“We’ve heard from our members that insurance companies now tell people to go to a specific repair facility to get their vehicle inspected,” said Anderson. “In many cases, the insurer will actually have staff onsite at the body shop one or two days a week, essentially running a drive-in claim center in the repair facility. This section is really about combating insurance company steering.”
The second amendment adds a section to the existing law that expands upon the types of requirements that insurance companies may not place upon repair facilities. The added section states that insurance company representatives shall not specify or require any motor vehicle repair shop to use specific vendors, distributors, manufacturers, suppliers, business platforms, or internal processes to carry out vehicle repairs for an insured or claimant. This expands upon another subsection that was added into the existing law in 2007 that says insurance company representative shall not specify the use of a particular vendor for the procurement of parts or other materials necessary for the satisfactory repair of the vehicle. This clause does not require the insurer to pay more than a reasonable market price for parts of like kind and quality in adjusting a claim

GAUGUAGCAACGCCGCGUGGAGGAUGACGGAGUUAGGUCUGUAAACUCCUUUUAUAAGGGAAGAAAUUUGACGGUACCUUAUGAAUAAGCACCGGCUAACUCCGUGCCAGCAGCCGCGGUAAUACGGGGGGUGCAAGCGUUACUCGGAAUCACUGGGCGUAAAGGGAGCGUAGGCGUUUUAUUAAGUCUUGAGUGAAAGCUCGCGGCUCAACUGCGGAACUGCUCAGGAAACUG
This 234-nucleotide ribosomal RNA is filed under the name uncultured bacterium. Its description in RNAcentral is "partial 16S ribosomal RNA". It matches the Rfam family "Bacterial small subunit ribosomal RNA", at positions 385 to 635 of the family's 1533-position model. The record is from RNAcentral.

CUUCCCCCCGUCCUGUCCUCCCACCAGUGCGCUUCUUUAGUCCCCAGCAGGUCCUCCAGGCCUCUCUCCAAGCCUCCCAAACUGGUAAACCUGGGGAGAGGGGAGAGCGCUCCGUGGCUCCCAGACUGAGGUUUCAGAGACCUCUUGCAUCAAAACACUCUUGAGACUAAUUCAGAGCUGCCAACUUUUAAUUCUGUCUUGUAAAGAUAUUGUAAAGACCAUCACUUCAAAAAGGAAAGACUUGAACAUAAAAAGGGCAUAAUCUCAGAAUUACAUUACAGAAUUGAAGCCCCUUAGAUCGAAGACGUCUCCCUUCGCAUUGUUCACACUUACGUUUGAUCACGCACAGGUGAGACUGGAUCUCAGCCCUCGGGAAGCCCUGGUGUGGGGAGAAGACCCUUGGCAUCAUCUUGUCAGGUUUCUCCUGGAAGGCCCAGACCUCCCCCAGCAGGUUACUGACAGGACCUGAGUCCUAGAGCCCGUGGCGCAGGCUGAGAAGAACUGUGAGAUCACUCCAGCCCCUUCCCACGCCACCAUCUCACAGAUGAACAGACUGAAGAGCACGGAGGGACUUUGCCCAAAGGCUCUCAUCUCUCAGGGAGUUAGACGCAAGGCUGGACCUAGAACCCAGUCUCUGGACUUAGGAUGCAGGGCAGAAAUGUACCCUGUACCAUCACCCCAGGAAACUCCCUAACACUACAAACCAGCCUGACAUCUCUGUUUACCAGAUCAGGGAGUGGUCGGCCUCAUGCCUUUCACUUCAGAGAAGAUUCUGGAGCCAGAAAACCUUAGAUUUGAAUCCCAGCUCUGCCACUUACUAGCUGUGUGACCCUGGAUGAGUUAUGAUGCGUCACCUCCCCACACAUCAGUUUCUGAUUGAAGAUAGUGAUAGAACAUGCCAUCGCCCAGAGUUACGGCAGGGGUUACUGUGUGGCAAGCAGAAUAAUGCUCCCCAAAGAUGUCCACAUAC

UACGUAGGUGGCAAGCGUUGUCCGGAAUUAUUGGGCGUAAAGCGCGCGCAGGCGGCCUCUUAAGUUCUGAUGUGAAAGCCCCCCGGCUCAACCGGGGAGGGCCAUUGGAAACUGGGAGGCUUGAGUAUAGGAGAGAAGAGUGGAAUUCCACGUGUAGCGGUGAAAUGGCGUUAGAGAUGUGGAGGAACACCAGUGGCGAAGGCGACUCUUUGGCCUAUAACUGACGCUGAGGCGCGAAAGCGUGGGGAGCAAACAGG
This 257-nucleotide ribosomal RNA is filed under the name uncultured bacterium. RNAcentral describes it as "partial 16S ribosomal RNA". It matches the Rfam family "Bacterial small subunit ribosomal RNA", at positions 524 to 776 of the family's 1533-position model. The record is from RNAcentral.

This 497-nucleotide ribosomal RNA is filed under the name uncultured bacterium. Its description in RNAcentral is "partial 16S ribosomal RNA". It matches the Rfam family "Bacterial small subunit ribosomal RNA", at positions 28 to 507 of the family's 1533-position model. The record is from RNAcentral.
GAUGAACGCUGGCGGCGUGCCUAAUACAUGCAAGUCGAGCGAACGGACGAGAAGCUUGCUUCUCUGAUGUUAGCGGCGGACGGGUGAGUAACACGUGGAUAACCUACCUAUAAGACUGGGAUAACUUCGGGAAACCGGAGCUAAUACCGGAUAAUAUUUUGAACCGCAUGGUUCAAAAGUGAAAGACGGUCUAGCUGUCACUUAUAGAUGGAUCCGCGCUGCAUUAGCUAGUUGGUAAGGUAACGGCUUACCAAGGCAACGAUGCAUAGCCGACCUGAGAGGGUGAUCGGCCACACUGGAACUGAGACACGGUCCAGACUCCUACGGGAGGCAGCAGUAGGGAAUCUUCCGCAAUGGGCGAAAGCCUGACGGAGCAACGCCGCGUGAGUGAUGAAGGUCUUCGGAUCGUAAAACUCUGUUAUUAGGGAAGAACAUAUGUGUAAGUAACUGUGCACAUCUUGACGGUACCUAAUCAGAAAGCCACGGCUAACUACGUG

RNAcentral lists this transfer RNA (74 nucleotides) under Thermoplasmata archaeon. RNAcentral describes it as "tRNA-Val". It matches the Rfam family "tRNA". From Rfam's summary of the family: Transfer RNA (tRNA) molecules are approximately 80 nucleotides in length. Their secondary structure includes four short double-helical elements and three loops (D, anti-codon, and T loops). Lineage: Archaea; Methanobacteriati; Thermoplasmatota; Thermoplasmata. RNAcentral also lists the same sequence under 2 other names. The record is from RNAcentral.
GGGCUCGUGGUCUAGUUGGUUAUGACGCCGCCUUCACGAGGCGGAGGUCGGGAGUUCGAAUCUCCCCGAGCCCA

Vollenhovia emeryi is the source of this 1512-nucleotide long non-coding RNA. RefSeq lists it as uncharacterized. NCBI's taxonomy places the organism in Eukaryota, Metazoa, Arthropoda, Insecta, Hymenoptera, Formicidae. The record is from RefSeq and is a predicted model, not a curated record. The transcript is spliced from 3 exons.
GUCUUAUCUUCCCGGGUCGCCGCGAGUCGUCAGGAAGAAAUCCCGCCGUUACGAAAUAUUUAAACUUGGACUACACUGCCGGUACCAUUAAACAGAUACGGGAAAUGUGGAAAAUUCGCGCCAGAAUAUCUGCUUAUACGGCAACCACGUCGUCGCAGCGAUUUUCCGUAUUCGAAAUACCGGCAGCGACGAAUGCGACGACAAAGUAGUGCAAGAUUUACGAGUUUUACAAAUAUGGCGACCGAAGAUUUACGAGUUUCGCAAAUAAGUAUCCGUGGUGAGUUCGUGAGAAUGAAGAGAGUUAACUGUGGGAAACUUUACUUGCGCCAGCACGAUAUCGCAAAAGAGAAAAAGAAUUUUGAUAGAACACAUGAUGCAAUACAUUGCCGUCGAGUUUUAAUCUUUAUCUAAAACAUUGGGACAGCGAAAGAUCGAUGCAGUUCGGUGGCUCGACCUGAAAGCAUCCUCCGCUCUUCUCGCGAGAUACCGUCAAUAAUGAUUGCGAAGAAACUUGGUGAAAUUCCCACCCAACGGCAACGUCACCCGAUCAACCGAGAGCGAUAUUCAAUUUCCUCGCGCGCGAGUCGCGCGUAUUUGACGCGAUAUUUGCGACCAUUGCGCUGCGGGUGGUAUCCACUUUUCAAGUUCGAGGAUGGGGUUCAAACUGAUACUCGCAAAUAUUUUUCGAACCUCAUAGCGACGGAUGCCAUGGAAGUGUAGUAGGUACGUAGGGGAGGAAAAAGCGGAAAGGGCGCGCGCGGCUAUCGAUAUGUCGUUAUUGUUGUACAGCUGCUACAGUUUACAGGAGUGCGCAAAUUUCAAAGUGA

In October 2013, AASP-MN filed a formal complaint with the Minnesota Department of Commerce requesting administrative and/or legal action to prevent State Farm from requiring that collision repair shops that participate in the State Farm direct repair program use the PartsTrader parts procurement system based upon the existing section of the law.
According to Anderson, the addition of the new section should help address numerous concerns AASP-MN members have with increasing insurance company requirements for specific vendors and business processes beyond the existing law that prohibits that activity for parts and materials.